What Makes You Happy?

posted in: Child Abuse, Observations | 0

The wife and I were roaming around downtown Greenville this past weekend in a craft shop, when I saw something that had the following printed on it:

Do more of what makes you happy!

After my initial reaction of “no kidding”, I got to thinking more about what that means, and how it’s something survivors struggle with so very, very much. Sure, it sounds simple. If something makes you happy, you should find a way to do more of it. It really should be something we’re taught as children, but children dealing with being abused rarely ever get that message. Rather, life teaches them quite the opposite lesson.

You see, being abused during childhood doesn’t teach you to investigate what makes you happy, and how to enjoy it. It teaches you to always, always worry about the happiness of others. You are there to please the people abusing you, and when you don’t, bad, bad things happen. Instead of learning what makes us happy, we learn to always be concerned with what makes others happy. We learn that the path of least resistance is to choose our activities by what others will think. What will keep my abuser happy, what will keep others from seeing my secrets, what will keep me safe. What makes me happy was such a non-concern for me as to be completely irrelevant. In fact, one of the biggest lessons I learned in the years of therapy was how to make what made me happy an important part of my life. Imagine needing years of therapy to learn that?!?!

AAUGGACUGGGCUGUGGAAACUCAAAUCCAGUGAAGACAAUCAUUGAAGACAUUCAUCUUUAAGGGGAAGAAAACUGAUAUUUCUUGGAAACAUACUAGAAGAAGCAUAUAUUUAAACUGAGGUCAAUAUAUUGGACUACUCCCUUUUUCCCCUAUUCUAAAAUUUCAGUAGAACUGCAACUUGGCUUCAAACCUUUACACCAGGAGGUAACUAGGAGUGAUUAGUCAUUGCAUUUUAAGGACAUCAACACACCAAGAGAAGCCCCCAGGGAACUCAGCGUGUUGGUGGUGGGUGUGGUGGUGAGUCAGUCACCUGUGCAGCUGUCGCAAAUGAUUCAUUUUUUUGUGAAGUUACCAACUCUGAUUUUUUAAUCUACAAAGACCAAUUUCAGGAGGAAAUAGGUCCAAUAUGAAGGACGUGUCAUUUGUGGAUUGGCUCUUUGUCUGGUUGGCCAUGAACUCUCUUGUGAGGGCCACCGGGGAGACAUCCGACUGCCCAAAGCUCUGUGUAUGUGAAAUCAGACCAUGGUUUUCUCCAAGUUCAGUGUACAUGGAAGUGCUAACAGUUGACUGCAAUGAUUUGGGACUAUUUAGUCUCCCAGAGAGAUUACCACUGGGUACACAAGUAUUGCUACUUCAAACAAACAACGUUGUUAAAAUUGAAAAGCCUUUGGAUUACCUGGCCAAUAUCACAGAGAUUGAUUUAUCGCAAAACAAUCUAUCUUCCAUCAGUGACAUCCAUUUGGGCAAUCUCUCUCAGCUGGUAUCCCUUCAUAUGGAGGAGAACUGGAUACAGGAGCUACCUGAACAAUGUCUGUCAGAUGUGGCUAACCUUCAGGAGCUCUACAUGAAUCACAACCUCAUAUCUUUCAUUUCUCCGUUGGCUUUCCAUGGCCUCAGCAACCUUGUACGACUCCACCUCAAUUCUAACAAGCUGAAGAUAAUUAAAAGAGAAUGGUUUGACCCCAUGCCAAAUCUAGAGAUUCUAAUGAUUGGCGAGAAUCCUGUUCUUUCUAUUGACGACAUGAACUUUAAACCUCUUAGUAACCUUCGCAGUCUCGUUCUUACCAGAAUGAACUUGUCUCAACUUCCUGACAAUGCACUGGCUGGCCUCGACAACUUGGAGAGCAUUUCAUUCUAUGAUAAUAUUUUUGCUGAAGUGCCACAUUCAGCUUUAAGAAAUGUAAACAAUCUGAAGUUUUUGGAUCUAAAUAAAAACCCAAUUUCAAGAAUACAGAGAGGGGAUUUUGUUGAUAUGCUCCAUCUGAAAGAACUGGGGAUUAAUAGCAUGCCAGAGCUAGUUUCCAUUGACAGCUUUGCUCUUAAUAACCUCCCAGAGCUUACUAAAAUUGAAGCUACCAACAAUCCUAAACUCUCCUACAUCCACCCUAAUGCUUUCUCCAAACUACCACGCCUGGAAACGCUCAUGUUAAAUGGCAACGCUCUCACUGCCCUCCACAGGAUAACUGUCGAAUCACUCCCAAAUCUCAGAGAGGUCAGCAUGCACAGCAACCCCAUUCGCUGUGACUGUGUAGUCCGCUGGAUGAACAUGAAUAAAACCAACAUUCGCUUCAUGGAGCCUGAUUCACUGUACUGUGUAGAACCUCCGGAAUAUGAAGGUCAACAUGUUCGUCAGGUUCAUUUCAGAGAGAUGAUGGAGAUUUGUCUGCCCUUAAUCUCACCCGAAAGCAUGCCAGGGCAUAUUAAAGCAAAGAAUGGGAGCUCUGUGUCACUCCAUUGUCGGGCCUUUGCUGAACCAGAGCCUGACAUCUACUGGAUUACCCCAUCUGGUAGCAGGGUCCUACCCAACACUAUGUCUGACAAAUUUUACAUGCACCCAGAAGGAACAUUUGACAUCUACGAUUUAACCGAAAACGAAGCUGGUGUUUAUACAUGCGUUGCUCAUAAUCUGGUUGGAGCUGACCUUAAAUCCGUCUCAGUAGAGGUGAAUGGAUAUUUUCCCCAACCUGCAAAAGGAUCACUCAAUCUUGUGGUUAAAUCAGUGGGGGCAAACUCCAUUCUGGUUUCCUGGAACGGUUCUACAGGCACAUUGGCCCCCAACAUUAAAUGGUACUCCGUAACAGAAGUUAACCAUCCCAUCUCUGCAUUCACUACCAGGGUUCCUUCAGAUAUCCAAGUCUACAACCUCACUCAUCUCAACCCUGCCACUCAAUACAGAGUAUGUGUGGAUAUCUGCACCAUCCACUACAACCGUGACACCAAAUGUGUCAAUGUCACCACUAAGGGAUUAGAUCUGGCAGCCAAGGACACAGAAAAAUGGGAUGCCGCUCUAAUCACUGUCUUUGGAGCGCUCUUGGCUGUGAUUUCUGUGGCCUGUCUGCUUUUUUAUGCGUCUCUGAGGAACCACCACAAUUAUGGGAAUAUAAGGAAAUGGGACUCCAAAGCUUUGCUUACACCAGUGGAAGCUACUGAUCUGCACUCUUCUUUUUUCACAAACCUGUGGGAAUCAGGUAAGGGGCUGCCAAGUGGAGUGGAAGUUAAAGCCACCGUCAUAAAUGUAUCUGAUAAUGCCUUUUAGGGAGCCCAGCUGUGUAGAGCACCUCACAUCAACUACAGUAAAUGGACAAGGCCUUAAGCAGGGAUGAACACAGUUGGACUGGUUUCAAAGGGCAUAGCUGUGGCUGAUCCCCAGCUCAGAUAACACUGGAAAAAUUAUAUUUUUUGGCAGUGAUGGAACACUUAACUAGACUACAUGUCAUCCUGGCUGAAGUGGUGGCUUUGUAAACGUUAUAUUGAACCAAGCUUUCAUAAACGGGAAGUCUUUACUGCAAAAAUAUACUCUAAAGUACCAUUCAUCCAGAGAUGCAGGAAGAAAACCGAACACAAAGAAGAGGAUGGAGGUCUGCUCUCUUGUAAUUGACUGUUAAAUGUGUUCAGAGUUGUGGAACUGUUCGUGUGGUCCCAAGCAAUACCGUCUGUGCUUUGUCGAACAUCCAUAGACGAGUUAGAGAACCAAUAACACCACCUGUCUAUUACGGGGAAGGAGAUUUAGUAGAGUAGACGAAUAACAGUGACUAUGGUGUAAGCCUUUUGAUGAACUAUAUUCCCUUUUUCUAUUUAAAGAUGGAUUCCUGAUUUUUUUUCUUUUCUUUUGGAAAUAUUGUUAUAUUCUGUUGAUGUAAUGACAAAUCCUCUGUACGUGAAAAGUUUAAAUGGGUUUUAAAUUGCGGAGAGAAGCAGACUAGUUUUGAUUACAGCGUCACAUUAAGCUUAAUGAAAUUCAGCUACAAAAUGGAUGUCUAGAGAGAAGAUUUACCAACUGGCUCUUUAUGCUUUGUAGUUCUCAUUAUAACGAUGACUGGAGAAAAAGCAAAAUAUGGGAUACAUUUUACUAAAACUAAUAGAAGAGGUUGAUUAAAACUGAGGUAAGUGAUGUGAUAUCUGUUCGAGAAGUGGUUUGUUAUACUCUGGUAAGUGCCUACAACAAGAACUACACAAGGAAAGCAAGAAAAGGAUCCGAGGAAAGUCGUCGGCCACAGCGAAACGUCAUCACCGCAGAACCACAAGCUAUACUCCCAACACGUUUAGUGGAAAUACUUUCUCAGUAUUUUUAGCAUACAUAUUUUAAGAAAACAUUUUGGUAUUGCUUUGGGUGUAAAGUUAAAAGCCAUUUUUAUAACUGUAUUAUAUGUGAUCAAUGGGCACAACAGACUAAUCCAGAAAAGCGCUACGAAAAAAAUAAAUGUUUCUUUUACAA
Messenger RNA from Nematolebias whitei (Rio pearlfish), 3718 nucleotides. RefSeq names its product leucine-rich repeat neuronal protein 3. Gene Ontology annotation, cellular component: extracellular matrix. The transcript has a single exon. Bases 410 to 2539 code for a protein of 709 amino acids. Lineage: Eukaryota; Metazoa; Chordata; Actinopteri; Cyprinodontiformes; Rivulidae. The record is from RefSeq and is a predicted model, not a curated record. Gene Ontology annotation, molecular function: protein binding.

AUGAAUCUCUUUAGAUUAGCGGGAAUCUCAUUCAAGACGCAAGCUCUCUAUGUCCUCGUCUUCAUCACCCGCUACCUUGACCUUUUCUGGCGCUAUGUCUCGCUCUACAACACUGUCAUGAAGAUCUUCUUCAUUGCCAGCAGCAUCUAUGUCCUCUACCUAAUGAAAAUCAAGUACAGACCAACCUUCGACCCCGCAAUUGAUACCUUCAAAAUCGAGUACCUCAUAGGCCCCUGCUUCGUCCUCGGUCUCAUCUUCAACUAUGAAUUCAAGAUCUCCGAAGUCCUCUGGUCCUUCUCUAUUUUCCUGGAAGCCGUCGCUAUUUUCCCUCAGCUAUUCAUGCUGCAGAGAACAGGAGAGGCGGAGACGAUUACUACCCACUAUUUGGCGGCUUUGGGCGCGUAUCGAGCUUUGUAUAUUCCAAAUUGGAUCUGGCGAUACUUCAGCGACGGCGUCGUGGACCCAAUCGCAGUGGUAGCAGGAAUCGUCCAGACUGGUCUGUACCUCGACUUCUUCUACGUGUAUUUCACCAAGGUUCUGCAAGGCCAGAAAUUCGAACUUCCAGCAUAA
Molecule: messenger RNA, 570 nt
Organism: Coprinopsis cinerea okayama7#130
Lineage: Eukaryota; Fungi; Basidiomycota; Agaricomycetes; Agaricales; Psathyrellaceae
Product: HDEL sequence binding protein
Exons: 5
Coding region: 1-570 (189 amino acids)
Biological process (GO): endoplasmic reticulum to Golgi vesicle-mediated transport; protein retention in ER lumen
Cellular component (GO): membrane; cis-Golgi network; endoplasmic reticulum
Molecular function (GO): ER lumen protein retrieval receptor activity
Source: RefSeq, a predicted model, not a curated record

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So yeah, it seems like a simple admonition. One that should be quite easy to live by. Yet, for survivors, nothing is that simple. It takes time to learn, but it’s worth learning!

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